[Dwarf-Discuss] Representing the location of smaller values in vector registers
eager at eagercon.com
Wed Mar 9 11:20:38 PST 2016
On 03/09/2016 10:00 AM, David Blaikie wrote:
> On Wed, Mar 9, 2016 at 9:57 AM, Michael Eager <eager at eagercon.com <mailto:eager at eagercon.com>> wrote:
> On 03/09/2016 09:33 AM, Jakub Jelinek wrote:
> On Wed, Mar 09, 2016 at 08:36:44AM -0800, Michael Eager wrote:
> How is the "float" type described?
> A value which is contained in a register larger than the size of
> the value should be described by a DW_TAG_base_type. (DWARF 4,
> Sect. 5.1, bottom of page 75).
> For a 32-bit float in a 128-bit container, use something like the following:
> DW_AT_name "float"
> DW_AT_encoding DW_ATE_float
> DW_AT_byte_size 16
> DW_AT_bit_size 32
> DW_AT_data_bit_offset 0
> Note that there is no requirement that the names on base types
> be unique. There may be more than one with the name "float".
> I don't think this can really work. A particular variable (etc., whatever
> has type) can have just one type, while whether it lives in a larger
> container or not really depends on where the value lives.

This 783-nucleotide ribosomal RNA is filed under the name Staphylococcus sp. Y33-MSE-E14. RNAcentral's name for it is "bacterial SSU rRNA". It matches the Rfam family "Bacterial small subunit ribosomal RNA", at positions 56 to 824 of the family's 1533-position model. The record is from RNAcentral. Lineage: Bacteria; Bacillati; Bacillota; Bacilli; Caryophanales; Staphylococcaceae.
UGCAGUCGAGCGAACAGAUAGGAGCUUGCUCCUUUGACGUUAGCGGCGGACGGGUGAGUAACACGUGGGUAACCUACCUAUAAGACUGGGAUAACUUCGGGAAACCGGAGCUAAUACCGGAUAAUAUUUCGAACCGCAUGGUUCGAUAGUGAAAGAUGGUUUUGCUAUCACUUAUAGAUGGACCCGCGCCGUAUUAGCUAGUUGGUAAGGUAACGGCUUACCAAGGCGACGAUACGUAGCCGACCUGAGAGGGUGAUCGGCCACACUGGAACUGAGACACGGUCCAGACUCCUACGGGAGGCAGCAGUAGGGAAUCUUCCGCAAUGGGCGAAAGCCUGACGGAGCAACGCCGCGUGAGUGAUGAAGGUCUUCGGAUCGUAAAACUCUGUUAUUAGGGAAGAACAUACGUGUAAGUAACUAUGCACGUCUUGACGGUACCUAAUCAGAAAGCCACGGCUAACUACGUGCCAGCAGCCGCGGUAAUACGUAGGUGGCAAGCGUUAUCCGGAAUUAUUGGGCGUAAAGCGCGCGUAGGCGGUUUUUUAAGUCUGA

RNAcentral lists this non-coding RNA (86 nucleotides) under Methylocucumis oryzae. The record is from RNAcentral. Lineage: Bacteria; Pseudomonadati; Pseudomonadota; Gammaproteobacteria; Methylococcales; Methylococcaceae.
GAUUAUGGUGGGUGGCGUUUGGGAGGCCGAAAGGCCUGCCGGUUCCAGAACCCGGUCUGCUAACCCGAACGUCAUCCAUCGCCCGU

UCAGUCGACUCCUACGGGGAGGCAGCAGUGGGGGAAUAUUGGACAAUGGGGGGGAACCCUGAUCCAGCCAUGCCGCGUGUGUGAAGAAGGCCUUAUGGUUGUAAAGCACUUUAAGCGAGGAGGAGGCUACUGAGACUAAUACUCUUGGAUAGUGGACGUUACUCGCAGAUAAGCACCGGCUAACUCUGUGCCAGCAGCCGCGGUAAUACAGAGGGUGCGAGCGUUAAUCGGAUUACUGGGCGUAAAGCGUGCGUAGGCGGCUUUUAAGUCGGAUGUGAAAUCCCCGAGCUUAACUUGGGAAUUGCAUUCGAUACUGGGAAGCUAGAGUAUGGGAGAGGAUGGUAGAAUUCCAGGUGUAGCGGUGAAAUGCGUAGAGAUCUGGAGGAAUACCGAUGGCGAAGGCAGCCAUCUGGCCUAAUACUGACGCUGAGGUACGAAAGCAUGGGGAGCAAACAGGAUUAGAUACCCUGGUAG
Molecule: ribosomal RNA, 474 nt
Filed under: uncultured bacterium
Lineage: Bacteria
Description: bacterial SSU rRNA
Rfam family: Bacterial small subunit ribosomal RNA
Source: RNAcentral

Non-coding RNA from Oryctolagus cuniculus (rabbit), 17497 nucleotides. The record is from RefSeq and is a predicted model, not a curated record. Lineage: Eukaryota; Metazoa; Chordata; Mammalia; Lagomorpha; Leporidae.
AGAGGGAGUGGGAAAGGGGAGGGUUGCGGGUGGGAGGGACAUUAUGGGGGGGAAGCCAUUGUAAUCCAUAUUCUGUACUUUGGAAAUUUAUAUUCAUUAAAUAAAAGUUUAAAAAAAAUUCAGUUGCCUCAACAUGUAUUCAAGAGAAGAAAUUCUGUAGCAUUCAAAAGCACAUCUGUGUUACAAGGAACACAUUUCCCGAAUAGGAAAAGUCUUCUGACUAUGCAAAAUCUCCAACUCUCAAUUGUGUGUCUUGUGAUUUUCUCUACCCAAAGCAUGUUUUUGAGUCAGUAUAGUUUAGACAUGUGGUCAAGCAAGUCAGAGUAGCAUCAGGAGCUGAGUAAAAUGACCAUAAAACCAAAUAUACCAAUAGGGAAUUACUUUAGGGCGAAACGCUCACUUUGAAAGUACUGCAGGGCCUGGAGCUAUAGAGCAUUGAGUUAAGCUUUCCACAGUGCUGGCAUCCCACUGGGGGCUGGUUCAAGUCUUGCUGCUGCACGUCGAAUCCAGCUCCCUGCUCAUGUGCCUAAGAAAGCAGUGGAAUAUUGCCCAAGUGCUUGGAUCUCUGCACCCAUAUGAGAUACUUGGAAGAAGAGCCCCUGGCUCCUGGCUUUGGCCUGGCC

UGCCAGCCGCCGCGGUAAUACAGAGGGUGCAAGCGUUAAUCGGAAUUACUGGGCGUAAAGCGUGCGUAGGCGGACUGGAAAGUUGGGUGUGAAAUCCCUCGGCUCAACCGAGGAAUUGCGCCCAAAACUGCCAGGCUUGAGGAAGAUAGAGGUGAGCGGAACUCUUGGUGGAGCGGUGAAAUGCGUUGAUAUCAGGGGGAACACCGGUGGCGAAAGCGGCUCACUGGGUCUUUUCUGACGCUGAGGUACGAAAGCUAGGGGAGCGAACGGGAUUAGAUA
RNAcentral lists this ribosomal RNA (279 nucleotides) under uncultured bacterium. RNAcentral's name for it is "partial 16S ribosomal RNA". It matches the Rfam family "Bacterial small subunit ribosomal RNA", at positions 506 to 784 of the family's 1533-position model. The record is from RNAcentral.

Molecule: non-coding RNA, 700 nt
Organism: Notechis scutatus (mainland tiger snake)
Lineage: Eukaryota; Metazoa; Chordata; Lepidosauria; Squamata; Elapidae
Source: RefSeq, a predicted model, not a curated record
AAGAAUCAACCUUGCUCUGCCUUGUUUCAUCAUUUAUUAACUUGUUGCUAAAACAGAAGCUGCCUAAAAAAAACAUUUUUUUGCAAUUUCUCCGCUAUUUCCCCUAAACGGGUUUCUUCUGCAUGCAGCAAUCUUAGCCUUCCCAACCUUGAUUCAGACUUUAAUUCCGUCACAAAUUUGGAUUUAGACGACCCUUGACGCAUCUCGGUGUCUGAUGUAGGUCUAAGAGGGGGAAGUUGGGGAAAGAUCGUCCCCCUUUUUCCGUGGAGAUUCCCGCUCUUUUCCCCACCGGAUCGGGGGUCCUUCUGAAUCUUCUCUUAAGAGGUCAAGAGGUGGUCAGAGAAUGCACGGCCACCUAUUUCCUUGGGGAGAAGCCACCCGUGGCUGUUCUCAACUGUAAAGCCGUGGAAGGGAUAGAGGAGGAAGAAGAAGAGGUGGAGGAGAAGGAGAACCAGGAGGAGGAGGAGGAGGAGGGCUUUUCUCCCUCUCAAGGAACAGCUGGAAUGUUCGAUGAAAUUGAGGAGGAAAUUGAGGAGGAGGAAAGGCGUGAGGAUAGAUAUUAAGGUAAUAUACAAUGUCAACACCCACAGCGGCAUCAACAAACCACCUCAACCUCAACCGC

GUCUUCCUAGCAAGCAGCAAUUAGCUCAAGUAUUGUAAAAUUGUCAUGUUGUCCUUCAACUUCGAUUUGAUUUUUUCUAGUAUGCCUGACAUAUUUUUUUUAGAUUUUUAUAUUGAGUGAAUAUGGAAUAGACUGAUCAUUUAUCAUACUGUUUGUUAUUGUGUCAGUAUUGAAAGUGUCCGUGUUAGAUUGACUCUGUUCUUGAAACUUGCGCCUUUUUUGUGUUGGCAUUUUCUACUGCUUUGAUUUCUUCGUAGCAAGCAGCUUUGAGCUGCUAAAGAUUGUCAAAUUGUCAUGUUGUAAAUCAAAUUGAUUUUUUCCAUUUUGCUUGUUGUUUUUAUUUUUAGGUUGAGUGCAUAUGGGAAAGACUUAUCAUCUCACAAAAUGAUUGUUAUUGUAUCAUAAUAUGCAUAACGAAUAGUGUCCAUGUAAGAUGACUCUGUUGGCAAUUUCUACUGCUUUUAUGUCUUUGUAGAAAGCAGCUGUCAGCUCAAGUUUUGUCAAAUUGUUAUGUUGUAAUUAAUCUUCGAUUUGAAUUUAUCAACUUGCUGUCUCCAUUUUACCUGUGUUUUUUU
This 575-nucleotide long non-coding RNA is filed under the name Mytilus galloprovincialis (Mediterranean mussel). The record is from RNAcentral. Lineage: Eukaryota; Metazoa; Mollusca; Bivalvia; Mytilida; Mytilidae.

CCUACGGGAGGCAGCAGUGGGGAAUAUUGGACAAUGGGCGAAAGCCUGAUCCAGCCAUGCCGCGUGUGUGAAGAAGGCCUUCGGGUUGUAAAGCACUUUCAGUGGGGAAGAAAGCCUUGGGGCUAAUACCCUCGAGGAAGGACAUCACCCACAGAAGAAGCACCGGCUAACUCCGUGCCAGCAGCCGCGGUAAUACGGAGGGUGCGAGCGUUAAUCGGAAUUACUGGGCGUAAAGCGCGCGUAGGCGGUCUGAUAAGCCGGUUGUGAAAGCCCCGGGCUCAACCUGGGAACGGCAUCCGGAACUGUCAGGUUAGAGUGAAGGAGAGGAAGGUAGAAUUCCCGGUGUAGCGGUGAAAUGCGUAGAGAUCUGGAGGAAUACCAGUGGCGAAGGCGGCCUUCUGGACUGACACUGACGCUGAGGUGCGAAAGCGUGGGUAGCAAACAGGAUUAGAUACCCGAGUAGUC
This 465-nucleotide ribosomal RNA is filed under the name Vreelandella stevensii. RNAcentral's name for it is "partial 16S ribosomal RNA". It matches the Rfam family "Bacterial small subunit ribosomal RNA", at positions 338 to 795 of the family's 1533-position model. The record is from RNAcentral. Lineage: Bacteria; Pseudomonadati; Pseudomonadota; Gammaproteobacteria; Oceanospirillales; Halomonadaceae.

> The same variable could live in one .debug_loc range in memory
> (where it certainly can't pretend it lives in a larger container, because it
> does not, it is 32-bit there), or when in some other range it lives in
> a general purpose register (which can be 32-bit or 64-bit and either fits in
> there exactly, or is passed in the low bits of that), or in %xmm* register
> (128-bit container, but, actually sometimes 256-bit and other times 512-bit
> container). I'd say LLDB is just broken to complain about this. The ABI
> specifies what it means when a float lives in memory, or in GPRs, or in
> XMM/YMM/ZMM registers.
> My comment was based on the DWARF in Adrian's email, which describes
> a 32-bit floating point variable allocated to a 128-bit register. Adrian's
> DWARF doesn't describe a 32-bit variable in memory which is loaded into a
> larger register during the course of expression evaluation, which would
> be described by a location list.
> A 32-variable stored in a 32-bit memory location may have a location list
> which specifies that the value may be found in particular registers (either
> larger or smaller) during it's lifetime. That would be a different description
> in DWARF.
> Why would it be useful to say that an entry in a location list cannot always be used as a direct
> location for a variable? (what if the location list only includes registers - should the type then
> be changed to the representation you're suggesting? That seems awkward for producers and doesn't
> seem to help consumers)
I didn't say that.
Variable definitions describe where the variable is defined.
If the size of the variable is different from the size of
the container, it should be described as such.
This has nothing to do with location lists.
Michael Eager eager at eagercon.com
1960 Park Blvd., Palo Alto, CA 94306 650-325-8077
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